Amazon product news roundup: At its Fall 2022 Hardware Event last week, Amazon showed off its status as a technology creator versus an online retailer. Here are the latest product announcements:
- Amazon’s most novel offering is the Halo Rise, a bedside device with three purposes: a clock, a light, and a tracker that assesses sleep quality based on breathing rhythms.
- Unlike a wearable, the Halo Rise monitors sleep from a distance, sending sleep optimization tips to an app.
- The light feature also slowly brightens to match sleep-wake cycles.
- Amazon announced its next generation entry-level Kindle in September, and now it’s showcasing a Scribe e-reader.
- Instead of only downloading e-books and reading them, Scribe lets you write on the device with an included pen.
- The most obvious purpose of this is to take notes about books, but it could also be used for editing documents, list-making, and journaling.
- The tech giant made two additions to its Ring security camera series: The Spotlight Cam Plus and Spotlight Cam Pro.
- The Plus is an outdoor security camera with an integrated spotlight. It can be solar- or battery-powered, hardwired, or plugged in.
- The Pro adds improved audio quality and radar-powered 3D motion detection, as well as a bird’s-eye view feature that provides an aerial view of a property.
Connected TV (CTV):
- Amazon announced its Fire TV Omni QLED line as a premium upgrade in its Omni Series.
- One of the biggest changes is an “ambient experience” feature that uses sensors to automatically turn the TV on or off when someone enters or leaves a room.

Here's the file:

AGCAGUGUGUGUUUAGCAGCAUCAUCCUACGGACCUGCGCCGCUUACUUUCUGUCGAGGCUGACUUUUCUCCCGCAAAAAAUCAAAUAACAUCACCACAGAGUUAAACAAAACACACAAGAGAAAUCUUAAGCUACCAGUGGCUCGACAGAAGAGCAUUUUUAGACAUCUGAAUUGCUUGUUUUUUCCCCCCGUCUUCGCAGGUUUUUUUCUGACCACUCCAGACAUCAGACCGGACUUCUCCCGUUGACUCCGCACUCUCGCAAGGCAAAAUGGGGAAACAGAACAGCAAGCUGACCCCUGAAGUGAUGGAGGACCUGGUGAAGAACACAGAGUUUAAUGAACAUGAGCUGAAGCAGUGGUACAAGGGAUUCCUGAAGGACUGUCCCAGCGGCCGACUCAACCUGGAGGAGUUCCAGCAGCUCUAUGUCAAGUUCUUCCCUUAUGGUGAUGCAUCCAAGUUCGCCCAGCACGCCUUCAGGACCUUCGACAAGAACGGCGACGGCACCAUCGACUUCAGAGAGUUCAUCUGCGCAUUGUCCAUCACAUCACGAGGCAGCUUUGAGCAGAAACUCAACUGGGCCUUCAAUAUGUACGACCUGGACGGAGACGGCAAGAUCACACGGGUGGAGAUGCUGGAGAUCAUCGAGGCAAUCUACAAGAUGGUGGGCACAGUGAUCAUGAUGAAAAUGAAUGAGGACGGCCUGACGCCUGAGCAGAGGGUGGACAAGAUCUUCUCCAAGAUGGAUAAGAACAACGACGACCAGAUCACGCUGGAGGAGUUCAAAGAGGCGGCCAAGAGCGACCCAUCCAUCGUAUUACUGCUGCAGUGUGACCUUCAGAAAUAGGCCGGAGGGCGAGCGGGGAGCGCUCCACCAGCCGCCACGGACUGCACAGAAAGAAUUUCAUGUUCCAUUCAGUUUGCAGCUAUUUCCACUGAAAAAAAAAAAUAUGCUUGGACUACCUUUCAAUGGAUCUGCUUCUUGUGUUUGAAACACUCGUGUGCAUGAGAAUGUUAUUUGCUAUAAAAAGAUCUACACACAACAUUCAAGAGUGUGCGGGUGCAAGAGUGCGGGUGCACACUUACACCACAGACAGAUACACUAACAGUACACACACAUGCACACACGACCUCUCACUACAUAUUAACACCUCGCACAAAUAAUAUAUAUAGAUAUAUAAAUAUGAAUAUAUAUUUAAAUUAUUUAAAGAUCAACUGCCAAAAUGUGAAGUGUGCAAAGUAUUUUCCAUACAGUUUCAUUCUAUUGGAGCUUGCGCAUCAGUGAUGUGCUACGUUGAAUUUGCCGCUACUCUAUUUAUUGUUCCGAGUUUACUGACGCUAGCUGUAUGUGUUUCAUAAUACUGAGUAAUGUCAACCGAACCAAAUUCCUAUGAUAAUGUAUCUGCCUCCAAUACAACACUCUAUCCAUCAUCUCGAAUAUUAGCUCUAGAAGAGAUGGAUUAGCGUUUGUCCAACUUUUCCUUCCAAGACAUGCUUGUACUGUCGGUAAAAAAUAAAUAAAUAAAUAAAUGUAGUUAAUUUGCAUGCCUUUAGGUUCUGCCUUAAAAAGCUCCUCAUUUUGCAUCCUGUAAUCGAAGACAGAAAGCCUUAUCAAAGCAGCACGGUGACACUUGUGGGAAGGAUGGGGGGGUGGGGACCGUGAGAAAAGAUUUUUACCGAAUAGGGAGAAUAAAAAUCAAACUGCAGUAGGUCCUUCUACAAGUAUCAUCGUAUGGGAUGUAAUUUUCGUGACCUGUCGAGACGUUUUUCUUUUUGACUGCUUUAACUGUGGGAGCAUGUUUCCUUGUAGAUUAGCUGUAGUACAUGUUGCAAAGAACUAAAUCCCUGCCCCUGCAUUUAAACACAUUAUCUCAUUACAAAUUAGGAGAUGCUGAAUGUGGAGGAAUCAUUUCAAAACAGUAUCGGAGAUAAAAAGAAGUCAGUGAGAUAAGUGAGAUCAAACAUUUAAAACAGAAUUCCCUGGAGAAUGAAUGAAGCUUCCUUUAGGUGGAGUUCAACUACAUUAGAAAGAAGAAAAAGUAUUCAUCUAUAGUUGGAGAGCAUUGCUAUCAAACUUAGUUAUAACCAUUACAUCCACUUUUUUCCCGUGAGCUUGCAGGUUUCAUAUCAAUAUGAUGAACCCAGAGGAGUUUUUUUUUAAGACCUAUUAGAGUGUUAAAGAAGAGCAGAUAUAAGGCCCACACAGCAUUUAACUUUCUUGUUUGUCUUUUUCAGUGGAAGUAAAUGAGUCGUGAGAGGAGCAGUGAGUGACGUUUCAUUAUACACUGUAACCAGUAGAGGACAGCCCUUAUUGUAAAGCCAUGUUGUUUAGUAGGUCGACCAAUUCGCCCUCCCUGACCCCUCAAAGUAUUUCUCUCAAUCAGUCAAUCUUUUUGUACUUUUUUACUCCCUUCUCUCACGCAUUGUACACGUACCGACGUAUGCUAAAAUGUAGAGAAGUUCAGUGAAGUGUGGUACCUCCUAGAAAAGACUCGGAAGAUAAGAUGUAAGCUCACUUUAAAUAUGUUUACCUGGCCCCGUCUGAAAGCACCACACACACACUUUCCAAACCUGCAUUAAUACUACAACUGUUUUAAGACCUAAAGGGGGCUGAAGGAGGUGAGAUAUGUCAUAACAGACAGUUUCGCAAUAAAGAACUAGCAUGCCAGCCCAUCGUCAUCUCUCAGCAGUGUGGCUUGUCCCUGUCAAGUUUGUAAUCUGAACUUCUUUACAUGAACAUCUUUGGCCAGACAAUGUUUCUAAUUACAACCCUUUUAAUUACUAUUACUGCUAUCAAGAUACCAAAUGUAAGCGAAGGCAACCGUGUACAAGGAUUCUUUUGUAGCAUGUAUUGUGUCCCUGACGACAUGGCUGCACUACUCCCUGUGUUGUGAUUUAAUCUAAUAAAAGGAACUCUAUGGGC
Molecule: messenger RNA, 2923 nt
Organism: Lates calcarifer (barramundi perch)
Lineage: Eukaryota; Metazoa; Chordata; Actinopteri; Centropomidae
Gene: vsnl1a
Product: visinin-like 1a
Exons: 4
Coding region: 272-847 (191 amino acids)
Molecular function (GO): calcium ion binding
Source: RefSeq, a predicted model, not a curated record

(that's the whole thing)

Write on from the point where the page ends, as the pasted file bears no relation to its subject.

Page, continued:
- The new models also offer quantum dots for better color, LED backlights, 96 local dimming zones, and support for advanced HDR formats.
Other notable products:
- The fifth-generation Echo Dot, with a temperature sensor and upgraded display to show more content.
- The Echo Auto, enabling Alexa capabilities for vehicles.
- An Echo Dot Kids device with child-focused content governed by parental controls.
- The Alexa Together, a service that helps families monitor loved ones.
Bezos at bedtime, and at all times: While other tech companies want to take consumers to virtual worlds, Amazon is taking another path, including with its pending acquisition of iRobot—maker of the home-mapping Roomba.
- It wants to be a perpetual and pervasive presence in consumers’ everyday lives, especially in their homes.
- We might also see this expand to other real-world spheres like the workplace and even the doctor’s office.
- It’s part of Amazon’s push for “ambient intelligence” that renders IoT more invisible and interoperable in the background while it anticipates and responds to people’s needs—even as they sleep or journal.
- The strategy is solid given decades of consumer conditioning for ambient intelligence through sci-fi films and books.
- Yet mounting security and privacy concerns about Amazon’s desire to get personal with the public is bound to trigger more action by lawmakers and the FCC.